L’Atelier de Joel Robuchon is iconic French Chef Joel Robuchon’s more accessible dining concept. First opening in Tokyo in 2003, there are now 11 Robuchon Ateliers around the world. I had the pleasure of dining at their Hong Kong location which opened in 2006 and has held three Michelin stars since 2010.
The Atelier (which means studio in French) concept brings a more communal approach to dining and to restaurant design. There is a central, open kitchen surrounded by counter seating. It allows diners to see the cooking, plating and serving process for their own meals and for those of other diners. The counter and kitchen are surrounded by high tables and bar seating, without a formal dining room. It encourages interaction, allows diners to see the whole process and encourages them to observe and maybe order other things they see around them.
I experienced an amazing eleven-course chef’s tasting dinner last fall at the height of white truffle season. The food was just flawless, in taste, freshness, creativity and presentation and it was great to experience the Atelier’s smaller tapas-style portions. It made the eleven courses, with wine pairings, quite manageable.
Dinner started with Sologne Imperial caviar, served on a beautiful gold plate atop lobster bisque, perfectly covered with tiny dollops of cauliflower cream. It truly was almost too beautiful to eat (pic is at the top of this post). Next up was some rich, pan-fried duck foie gras, served with grapes and ginger. It had a delicate texture but was really intense and rich. A soup with lobster raviolis was next, followed by a small portion of pan-fried sea bass with a lemongrass foam and stewed baby leeks. So many flavors and textures, it was amazing.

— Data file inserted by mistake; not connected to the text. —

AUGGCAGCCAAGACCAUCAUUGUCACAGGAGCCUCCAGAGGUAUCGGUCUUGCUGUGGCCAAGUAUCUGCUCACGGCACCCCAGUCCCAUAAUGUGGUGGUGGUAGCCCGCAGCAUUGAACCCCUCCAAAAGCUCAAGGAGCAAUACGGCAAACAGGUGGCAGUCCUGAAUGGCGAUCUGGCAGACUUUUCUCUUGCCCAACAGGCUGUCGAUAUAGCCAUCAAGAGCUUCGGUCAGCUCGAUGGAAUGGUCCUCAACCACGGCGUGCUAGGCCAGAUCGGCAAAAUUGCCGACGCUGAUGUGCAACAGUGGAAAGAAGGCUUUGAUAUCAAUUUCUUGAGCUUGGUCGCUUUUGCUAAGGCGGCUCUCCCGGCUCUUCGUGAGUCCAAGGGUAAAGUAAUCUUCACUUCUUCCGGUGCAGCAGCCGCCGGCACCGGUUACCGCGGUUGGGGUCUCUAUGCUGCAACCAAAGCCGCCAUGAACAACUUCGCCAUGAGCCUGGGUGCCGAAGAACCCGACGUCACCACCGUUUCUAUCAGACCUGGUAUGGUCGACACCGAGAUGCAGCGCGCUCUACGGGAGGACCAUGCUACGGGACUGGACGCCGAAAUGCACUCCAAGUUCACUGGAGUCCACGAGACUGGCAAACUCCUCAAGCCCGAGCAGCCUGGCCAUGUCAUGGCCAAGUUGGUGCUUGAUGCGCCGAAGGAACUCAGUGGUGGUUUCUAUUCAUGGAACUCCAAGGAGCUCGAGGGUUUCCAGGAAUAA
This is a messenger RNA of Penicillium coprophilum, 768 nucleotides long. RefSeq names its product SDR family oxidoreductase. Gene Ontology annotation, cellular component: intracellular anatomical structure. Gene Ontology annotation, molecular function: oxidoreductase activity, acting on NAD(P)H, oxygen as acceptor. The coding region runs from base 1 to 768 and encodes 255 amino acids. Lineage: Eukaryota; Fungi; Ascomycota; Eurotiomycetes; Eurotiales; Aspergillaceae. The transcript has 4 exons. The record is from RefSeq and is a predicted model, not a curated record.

Next was free-range quail with more foie gras, served with a bowl of the restaurant’s signature buttery, creamy mashed potatoes. This was followed by what could be considered the main course, pan-seared Japanese A3 Wagyu beef with aromatic arugula salad. Dessert was next, first a beautifully plated (on a special edition art plate with an image of praying hands on it) Cassis dome, made of red fruits and pear jelly. It was topped with a tiny piece of 24K gold foil. This was followed by a second dessert course, a chesnut mousse with a crispy coffee tuile with some lime ice cream.
After dinner, I had a chance to sit down with L’Atelier de Joel Robuchon Hong Kong’s executive chef, David Alves. Although Chef Robuchon creates the menu and visits the restaurant a few times a year, Chef Alves is responsible for the day-to-day operation and food. He has some flexibility on the menu but always remembers diners are there to experience Joel Robuchon cuisine.
L’Atelier de Joel Robuchon Hong Kong is in Central and is open every day for lunch and dinner. In Hong Kong, Robuchon also has Le Jardin (more formal dining in a garden setting), Le Salon de The’ (a tea salon serving teas, coffees and snacks) and Le Cafe’ (a more casual cafe concept with full meals), all in the same building complex.